So it is with our government. We take the authority to govern; we must acknowledge the source of that authority, and govern by his wisdom. The principle of that government is a recognition that all our sinners -- which is the source of our famed doctrine of “separation of powers.” This system of checks and balances has served us very well. Indeed, only one government on the planet has lasted longer than ours -- and that one is based on the same principles which animated the American Revolution (specifically, the English Revolution). The principle has long been accepted by the English speaking peoples. It is the idea that the state is the servant of the people (as befits a true leader) under the law. The king is under the law.

The oldest written expression of this idea -- that the king is under the law -- is found in Magna Carta. Winston Churchill praises it, and warns us of the dangers of neglecting this doctrine, thusly:

The underlying idea of the sovereignty of the law, long existent in feudal custom, was raised by it into a doctrine for the national State. And when in subsequent ages the State, swollen with its own authority, has attempted to ride roughshod over the rights or liberties of the subject it is to this doctrine that appeal has again and again been made, and never, as yet, without success.”

By this principle our nation has lived. We now have entered an age where our political thinkers have raised the will of man as the true basis of government. By abandoning the sovereignty of law as our basis of government we shall soon place man supreme, and abandon the doctrine that there is a law which is above even the king. Should this be allowed, our government will be swept away -- and one may not even add, “unfortunately.” But take heart: God still rules. Governments are temporary; we are eternal -- and God reigns.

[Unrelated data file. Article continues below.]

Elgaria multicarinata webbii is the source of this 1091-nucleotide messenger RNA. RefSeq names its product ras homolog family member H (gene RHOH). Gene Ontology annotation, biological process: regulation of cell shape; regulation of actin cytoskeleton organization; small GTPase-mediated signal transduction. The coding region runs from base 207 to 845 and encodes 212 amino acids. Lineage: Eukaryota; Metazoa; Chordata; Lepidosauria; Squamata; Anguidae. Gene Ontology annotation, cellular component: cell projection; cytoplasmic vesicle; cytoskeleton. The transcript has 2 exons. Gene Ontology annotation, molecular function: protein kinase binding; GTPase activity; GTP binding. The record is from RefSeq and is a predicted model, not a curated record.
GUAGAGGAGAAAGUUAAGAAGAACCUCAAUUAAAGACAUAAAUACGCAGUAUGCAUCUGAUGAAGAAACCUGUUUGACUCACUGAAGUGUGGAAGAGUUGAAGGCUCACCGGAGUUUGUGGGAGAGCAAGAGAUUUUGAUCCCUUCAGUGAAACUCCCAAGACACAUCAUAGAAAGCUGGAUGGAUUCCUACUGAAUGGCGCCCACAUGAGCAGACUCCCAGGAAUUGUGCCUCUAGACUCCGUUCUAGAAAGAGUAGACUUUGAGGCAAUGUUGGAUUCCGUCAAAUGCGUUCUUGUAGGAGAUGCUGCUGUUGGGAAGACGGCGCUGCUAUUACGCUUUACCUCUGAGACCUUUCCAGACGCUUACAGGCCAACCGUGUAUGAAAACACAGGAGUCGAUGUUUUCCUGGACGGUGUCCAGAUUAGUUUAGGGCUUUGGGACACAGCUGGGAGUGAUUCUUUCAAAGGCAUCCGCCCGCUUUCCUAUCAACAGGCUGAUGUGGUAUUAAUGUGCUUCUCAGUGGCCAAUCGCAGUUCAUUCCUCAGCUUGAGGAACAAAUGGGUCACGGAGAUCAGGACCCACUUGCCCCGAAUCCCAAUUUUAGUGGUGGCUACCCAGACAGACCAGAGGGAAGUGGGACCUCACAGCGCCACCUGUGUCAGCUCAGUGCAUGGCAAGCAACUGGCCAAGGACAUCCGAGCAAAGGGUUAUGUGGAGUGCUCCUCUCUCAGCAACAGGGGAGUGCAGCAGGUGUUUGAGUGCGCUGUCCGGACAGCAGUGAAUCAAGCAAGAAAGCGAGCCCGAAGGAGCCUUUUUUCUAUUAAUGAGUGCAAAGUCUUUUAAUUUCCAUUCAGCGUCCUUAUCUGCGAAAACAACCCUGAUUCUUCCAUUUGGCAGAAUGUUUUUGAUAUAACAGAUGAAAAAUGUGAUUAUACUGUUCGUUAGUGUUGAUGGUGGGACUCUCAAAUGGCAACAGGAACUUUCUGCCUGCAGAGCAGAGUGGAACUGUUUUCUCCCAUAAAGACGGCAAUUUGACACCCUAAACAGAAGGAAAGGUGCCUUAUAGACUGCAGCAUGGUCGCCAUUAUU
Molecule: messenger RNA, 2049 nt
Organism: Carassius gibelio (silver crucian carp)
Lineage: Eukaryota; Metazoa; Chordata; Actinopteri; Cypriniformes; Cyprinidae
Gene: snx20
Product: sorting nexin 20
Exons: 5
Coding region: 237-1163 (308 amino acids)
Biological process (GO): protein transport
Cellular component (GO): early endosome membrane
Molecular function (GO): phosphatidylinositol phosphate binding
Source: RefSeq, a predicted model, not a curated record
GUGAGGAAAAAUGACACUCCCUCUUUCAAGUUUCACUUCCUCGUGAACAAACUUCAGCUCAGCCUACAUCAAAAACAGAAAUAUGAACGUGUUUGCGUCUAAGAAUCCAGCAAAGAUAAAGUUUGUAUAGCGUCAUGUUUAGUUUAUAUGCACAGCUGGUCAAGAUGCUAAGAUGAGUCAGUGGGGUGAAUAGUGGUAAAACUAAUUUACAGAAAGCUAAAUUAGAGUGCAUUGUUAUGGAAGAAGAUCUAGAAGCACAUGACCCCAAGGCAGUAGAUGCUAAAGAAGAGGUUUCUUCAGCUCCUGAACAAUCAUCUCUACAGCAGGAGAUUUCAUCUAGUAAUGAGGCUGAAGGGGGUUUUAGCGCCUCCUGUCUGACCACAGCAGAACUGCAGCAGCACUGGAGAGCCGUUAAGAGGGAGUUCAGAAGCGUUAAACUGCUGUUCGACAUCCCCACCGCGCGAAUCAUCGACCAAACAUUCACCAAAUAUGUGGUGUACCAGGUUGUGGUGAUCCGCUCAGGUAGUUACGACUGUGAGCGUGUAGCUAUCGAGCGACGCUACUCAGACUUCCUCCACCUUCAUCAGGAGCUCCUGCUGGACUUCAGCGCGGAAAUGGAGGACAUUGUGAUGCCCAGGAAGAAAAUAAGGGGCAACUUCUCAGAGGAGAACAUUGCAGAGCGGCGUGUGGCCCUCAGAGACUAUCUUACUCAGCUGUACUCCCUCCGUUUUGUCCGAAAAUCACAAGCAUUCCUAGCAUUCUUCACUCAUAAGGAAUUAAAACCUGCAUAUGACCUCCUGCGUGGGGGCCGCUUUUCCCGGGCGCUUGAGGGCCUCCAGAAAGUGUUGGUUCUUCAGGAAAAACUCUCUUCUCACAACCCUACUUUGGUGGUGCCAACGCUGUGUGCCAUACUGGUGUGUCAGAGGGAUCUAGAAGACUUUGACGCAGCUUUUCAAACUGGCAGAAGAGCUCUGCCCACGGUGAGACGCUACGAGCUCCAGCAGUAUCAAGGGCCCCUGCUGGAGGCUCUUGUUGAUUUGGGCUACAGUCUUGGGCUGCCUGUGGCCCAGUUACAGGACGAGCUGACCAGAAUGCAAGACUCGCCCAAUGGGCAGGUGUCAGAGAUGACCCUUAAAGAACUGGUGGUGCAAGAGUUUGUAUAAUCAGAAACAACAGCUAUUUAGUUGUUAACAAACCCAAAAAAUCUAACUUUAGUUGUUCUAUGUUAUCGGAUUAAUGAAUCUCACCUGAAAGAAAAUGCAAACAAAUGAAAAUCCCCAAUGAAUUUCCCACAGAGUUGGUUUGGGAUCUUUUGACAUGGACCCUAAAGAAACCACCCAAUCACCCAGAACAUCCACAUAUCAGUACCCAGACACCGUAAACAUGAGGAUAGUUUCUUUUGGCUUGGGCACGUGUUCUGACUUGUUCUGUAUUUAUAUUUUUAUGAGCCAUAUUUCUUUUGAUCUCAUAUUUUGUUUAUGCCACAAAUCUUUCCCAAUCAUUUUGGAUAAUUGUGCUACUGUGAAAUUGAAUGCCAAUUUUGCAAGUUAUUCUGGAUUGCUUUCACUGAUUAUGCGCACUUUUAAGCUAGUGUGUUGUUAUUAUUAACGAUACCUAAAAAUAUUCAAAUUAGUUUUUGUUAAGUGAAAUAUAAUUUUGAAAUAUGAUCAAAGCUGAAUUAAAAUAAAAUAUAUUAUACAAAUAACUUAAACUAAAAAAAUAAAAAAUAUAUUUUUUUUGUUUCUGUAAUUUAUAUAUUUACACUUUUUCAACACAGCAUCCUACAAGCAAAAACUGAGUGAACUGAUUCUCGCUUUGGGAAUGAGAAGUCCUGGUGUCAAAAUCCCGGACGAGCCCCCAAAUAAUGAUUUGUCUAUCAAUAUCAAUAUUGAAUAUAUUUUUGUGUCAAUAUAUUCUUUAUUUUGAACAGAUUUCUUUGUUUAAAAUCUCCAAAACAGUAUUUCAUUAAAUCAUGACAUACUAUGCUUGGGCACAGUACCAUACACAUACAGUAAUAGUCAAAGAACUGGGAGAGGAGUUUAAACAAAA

Christian duty to good government

Paul seems to outline here the response of the Christian to “good” government. Most Christians of most times live under a governmental system that bears no particular hostility to the Church, and in particular no hostility to Christians. This picture is a happy one, and never entirely accurate. Let us take it, for the moment, and ask the question, “what is the duty of the Christian to a ’good’ government?”

·         First, we are to “fear the sword” -- that is, the police powers of the state. Not just because we could be punished, but also because of our consciences.

·         More generally, we are to “render unto Caesar” -- particularly in the form of taxes -- which implies we are to determine what is due our government, and then deliver such. Our Lord’s words:

(Mat 22:15-21 NIV) Then the Pharisees went out and laid plans to trap him in his words. {16} They sent their disciples to him along with the Herodians. "Teacher," they said, "we know you are a man of integrity and that you teach the way of God in accordance with the truth. You aren't swayed by men, because you pay no attention to who they are. {17} Tell us then, what is your opinion? Is it right to pay taxes to Caesar or not?" {18} But Jesus, knowing their evil intent, said, "You hypocrites, why are you trying to trap me? {19} Show me the coin used for paying the tax." They brought him a denarius, {20} and he asked them, "Whose portrait is this? And whose inscription?" {21} "Caesar's," they replied. Then he said to them, "Give to Caesar what is Caesar's, and to God what is God's."

·         Not only are we to “render” to our rulers; we are to pray for them:

(1 Tim 2:1-3 NIV) I urge, then, first of all, that requests, prayers, intercession and thanksgiving be made for everyone-- {2} for kings and all those in authority, that we may live peaceful and quiet lives in all godliness and holiness. {3} This is good, and pleases God our Savior,

·         The principle is the same, always: honor him to whom honor is due. It is an exercise in Christian character. The Christian, like his Lord, is to be a servant. Shall we interrupt this servant character with a rebellion against those whom God has appointed?

·         In all these things we must consider the reputation of the church. People are eternal, going to heaven or hell; governments are temporary. Our reputation in the world must aid our efforts in saving the lost: